David S. Terry

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For other people with the same name, see David Terry (disambiguation).
David S. Terry
David S. Terry.jpg
4th Chief Justice of California
In office
1857–1859
Preceded by Hugh Murray
Succeeded by Stephen J. Field
Personal details
Born (1823-03-08)March 8, 1823
Russellville, Kentucky
Died August 14, 1889(1889-08-14) (aged 66)
Lathrop, California
Political party Democratic
Spouse(s) Cornelia Runnels
Sarah Althea Hill
Relations Benjamin Franklin Terry (brother)
Profession Attorney, politician
Military service
Allegiance United States United States of America
 Confederate States of America
Service/branch CavalryBC.png United States Cavalry
 Confederate States Army
Rank Confederate States of America Colonel.png Colonel
Unit Texas 8th Texas Cavalry
Commands 37th Texas Cavalry
Battles/wars

Mexican-American War
U.S. Civil War

David Smith Terry (1823–1889) was a California jurist and Democratic politician, who was the Chief Justice of the Supreme Court of California,[1][2][3] and the primary author of the Constitution of 1879. He also won a duel with U.S. Senator David C. Broderick in Broderick's second duel in 1859. He died in 1889, after being shot by a bodyguard of U.S. Justice Stephen J. Field.

Biography[edit]

Terry was born in Todd County, Kentucky.[4][5] In 1831, his family moved and settled in Brazoria County, Texas until David Smith himself moved to California in 1849.[6] From 1855 to 1859 he was a California State Supreme Court Justice, serving as the 4th Chief Justice of California from 1857.

In 1856, the State of California declared San Francisco to be in a state of insurrection. Judge Terry travelled from Sacramento to San Francisco to negotiate, where he was kidnapped by armed gunmen, but he managed to stab one, Sterling A. Hopkins, a member of the San Francisco Committee of Vigilance, who was not tried.[citation needed]

A prominent incident in Terry's life came about when he took up the cause of the 'Widow Sanchez'. Maria Encarnacion Ortega de Sanchez, the widow of a wealthy rancher, was being cheated by local authorities, including the Sheriff, William Roach, who took her fortune under the guise of guardianship. After kidnapping Roach with the help of a local gunslinger named Anastacio Garcia, they held Roach in a jail cell in Stockton until he agreed to release the widow's gold. But Roach had bribed a guard to ride to Monterey and urge Roach's family to hide the gold. The treasure was hidden somewhere in Carmel Valley by Roach's brother-in-law, Jerry MacMahon. MacMahon was killed in a barroom brawl before he could reveal the location of the money. With no more gold left to the widow, Terry lost interest in her case.[citation needed][dubious ]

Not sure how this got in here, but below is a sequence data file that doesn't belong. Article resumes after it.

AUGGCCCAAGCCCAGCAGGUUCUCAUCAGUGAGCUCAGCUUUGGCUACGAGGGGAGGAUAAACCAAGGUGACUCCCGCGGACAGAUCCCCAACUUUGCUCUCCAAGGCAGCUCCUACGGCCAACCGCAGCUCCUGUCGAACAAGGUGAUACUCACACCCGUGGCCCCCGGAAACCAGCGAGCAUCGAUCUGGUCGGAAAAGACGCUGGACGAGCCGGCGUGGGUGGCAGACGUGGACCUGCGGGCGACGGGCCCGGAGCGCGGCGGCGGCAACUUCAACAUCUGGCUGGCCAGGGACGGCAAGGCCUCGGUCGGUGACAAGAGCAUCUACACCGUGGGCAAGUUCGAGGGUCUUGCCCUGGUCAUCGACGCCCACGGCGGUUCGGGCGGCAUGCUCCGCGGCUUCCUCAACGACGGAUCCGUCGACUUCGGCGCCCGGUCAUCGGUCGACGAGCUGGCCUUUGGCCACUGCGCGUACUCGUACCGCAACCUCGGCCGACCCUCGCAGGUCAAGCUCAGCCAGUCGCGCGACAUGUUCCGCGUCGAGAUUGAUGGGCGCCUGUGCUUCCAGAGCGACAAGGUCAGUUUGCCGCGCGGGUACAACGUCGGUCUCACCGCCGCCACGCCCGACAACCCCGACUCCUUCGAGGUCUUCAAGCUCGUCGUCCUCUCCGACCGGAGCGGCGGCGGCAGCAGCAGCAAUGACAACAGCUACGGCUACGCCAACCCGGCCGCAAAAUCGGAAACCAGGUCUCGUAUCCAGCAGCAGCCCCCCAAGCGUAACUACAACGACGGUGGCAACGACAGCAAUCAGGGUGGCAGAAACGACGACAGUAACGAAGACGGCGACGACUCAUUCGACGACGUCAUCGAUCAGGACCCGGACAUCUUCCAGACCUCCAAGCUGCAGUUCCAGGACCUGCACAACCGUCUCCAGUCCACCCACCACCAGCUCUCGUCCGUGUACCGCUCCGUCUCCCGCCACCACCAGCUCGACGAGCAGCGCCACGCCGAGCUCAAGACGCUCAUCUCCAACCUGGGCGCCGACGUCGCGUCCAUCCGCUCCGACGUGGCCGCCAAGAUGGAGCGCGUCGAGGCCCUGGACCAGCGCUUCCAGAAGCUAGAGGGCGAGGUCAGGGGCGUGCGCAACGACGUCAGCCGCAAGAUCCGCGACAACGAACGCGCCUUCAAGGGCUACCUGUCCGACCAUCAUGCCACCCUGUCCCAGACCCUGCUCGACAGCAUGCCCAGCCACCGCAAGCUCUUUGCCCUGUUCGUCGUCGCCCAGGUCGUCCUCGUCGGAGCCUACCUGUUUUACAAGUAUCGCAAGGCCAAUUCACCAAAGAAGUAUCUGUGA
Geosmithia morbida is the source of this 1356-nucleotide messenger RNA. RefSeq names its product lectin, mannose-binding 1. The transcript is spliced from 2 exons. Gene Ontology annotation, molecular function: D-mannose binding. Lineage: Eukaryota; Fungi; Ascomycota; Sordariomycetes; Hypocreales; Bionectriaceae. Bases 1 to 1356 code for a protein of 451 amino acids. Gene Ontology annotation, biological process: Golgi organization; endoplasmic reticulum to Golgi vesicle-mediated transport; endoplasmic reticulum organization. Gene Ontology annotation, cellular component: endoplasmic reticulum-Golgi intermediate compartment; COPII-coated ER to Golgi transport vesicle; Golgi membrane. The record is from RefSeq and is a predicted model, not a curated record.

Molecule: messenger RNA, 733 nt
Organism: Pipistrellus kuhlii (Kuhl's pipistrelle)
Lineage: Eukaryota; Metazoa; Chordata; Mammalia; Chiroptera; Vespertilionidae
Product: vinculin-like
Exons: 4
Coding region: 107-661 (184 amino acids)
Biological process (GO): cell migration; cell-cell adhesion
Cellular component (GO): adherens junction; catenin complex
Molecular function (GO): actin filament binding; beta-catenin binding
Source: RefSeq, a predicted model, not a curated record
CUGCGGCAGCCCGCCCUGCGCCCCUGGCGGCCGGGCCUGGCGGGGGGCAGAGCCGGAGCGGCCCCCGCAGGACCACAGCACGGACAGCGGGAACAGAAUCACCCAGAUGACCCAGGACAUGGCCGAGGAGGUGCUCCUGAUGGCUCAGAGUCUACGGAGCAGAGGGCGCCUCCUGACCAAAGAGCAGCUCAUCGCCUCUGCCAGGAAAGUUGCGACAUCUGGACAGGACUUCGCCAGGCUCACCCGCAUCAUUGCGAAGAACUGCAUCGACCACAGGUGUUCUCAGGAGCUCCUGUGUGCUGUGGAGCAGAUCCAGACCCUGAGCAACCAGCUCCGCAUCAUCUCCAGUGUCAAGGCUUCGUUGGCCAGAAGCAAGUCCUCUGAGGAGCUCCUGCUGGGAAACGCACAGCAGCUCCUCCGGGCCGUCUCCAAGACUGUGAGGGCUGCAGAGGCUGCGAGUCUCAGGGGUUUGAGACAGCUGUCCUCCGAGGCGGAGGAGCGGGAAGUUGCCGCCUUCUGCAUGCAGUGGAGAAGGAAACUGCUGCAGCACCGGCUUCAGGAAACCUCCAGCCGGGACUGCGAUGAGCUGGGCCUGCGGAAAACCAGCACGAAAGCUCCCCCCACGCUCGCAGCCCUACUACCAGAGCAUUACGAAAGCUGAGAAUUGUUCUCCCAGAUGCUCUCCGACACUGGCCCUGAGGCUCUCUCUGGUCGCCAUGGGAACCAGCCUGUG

Terry was a close friend of Democratic U.S. Senator from California David Broderick, he accused Broderick, a Free Soil advocate, of having engineered his loss for re-election in the 1859 state elections.[citation needed] Terry issued inflammatory comments at a state convention in Sacramento, which offended Broderick.[citation needed][dubious ]

On September 13, 1859, Terry and Broderick, having agreed to a duel, met just outside San Francisco city limits. Terry won the coin toss to select weapons, and chose pistols that had hair triggers.[citation needed][dubious ] Broderick's discharged early, leaving him open for Terry's shot.[citation needed][dubious ] At first Terry thought that he had only wounded Broderick, but the senator died three days later.